Trumbull County’s budget warrants public exposure


A year has passed since we urged Trumbull County commissioners Daniel Polivka, Frank Fuda and Mauro Cantalamessa to adopt all 19 recommendations put forth by a special budget review panel.

The recommendations are designed to help the keepers of the public purse properly manage government’s revenues and expenditures.

Then, as now, the millions of dollars in savings projected by the citizens committee provide a compelling reason for Polivka, Fuda and Cantalamessa to act sooner rather than later.

While it’s true that some of the changes are being implemented, most, including several significant ones involving the payroll, remain on the wish list.

Hence, a demand was made by Mike Matas of Cortland and Stephan Stoyak of Girard for a meeting with the commissioners and Rebecca Gerson, the county’s new administrator, purchasing director and transit administrator.

“We have had only one meeting in August 2017 and feel we need to provide the public with an update to your effort,” Matas and Stoyak wrote in an email to Gerson, who has been on the job since April 9.

It should be noted that when the budget review committee released its analysis of county government’s operation last year, members called for quarterly meetings with the commissioners.

There’s an important reason the lines of communication should be kept open at all times.

In the not too distant future, Polivka, Fuda and Cantalamessa will have to make a decision about increasing government’s revenue to deal with the loss of income from the tax on Medicaid managed-care organizations. The MCO tax had brought in $3.3 million annually.

The county’s sales tax has been 1 percent since July 2005, and last year government saw a slight decline in collections, from $26.6 million in 2016 to $26.2 million in 2017.

There are two ways the commissioners can increase the sales tax: place an issue on the ballot for a vote of the people; or, impose it themselves.

Either way, the officeholders will need the support of the private sector to be successful. That’s where the budget review committee comes in.

A vote of confidence from members of the committee will go a long way toward building much-needed credibility.

ADOPT ALL RECOMMENDATIONS

But it should be clear to Polivka, Fuda and Cantalamessa that such support will come at a price: the adoption of all 19 recommendations for bringing revenue and expenditures into line.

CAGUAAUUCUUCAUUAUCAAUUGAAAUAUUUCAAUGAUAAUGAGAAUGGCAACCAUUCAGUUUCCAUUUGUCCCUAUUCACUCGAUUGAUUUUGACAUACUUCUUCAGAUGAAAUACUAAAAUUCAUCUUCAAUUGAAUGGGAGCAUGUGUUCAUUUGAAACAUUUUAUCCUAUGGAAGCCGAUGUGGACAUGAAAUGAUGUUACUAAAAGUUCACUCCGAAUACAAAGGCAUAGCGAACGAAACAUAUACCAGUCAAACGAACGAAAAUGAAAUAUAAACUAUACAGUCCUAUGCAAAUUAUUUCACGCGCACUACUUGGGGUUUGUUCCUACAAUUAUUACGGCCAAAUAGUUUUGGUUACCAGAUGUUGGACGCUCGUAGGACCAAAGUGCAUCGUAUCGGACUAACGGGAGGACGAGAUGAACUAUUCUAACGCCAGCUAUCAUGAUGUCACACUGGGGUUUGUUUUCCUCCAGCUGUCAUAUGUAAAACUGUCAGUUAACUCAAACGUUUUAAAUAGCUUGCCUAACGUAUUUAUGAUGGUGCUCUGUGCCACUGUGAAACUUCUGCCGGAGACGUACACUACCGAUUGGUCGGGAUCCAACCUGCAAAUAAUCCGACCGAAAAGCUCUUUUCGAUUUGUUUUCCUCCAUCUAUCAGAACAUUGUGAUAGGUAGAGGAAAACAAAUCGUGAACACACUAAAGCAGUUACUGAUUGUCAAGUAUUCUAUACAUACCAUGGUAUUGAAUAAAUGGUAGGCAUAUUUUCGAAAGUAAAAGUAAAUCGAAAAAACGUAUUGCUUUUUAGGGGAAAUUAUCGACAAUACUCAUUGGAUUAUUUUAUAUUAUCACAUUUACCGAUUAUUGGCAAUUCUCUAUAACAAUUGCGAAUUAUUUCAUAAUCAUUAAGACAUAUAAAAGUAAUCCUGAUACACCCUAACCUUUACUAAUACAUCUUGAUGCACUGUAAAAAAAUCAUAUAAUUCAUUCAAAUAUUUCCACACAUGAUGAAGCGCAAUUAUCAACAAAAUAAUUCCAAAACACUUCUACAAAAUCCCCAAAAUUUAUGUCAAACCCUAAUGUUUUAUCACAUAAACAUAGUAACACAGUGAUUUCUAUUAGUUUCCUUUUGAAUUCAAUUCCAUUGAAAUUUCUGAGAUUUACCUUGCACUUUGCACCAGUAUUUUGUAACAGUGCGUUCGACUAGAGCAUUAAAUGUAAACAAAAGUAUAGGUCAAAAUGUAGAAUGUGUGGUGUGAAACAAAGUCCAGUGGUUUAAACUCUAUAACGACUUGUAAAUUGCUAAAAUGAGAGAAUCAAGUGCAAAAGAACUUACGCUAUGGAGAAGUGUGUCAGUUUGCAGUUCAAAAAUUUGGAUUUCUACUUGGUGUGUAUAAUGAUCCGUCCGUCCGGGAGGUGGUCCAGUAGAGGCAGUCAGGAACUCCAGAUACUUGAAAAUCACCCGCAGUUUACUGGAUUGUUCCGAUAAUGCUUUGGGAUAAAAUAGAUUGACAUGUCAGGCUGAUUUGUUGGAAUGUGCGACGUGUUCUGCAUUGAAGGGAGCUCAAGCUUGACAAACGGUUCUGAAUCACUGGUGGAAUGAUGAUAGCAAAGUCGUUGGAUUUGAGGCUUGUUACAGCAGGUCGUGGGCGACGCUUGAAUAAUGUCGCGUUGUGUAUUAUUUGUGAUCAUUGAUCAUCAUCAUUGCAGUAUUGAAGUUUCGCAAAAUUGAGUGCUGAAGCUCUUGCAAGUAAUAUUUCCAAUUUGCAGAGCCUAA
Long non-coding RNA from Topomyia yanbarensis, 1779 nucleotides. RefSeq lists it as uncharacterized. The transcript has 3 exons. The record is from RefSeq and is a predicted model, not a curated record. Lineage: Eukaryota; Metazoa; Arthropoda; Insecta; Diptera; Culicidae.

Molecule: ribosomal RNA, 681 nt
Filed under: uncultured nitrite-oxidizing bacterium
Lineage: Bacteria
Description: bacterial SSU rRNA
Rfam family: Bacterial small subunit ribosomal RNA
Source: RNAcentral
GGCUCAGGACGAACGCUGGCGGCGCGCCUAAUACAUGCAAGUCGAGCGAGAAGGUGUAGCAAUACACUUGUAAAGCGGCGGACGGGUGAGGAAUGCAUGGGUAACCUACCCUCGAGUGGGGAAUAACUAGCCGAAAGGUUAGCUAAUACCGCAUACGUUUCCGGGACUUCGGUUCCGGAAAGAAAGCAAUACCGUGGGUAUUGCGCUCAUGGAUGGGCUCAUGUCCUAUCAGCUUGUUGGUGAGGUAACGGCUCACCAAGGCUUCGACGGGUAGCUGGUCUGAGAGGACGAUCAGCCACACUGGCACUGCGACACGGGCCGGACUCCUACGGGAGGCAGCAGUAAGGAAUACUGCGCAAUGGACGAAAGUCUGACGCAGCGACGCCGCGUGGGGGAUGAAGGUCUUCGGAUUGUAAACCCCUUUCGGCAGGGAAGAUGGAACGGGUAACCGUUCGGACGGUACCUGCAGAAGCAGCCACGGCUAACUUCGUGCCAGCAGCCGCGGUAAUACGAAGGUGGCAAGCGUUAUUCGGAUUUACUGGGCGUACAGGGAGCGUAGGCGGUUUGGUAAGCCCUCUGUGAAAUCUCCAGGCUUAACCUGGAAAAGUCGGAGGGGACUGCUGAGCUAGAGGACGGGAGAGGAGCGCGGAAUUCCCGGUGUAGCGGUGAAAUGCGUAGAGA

Shortly after she was appointed administrator – filling the position was one of the budget review panel’s recommendations – Gerson talked about the need to “right size” county government and streamline its operation.

The report from the budget review committee, which was created by the commissioners, is actually a blueprint for dealing with Trumbull County’s social and economic realities. The decline in population, shrinking of the tax base and an increase in the number of residents on fixed incomes are factors that cannot be ignored.

The most significant findings of the budget analysis have to do with employee compensation. The review committee has concluded county government could save $2 million a year if the changes it has proposed in the labor contracts are adopted.

Wages and benefits, payments for unused sick leave and vacation time and insurance payments are the big-ticket items that governments at all levels are being forced to address.

One of the most glaring revelations in the Trumbull County budget review report has to do with the workday schedule. Employees work from 8:30 a.m. to 4:30 p.m. with a one-hour paid lunch and two 15-minute breaks, resulting in 6.5 hour of work for eight hours of pay.

Another egregious long-standing practice has to do with the retirement plan. Collective-bargaining agreements have required Trumbull County to pay up to 90 percent of the employee’s portion of the Ohio Public Employees Retirement System (PERS) as well as 100 percent of the employer’s portion.

In January, the commissioners approved pay increases for 200 employees at the county Department of Job and Family Services and 315 nonunion employees in a number of county departments.

The agreement eliminates the so-called “pension pickup” for JFS employees hired after Jan. 1, which means the practice of taxpayers paying for the employer and employee pension contributions has not been eliminated.

Commissioners Polivka, Fuda and Cantalamessa have some explaining to do about their stewardship of taxpayer dollars. A public meeting of the commissioners, Administrator Gerson and members of the budget review committee is timely and necessary.

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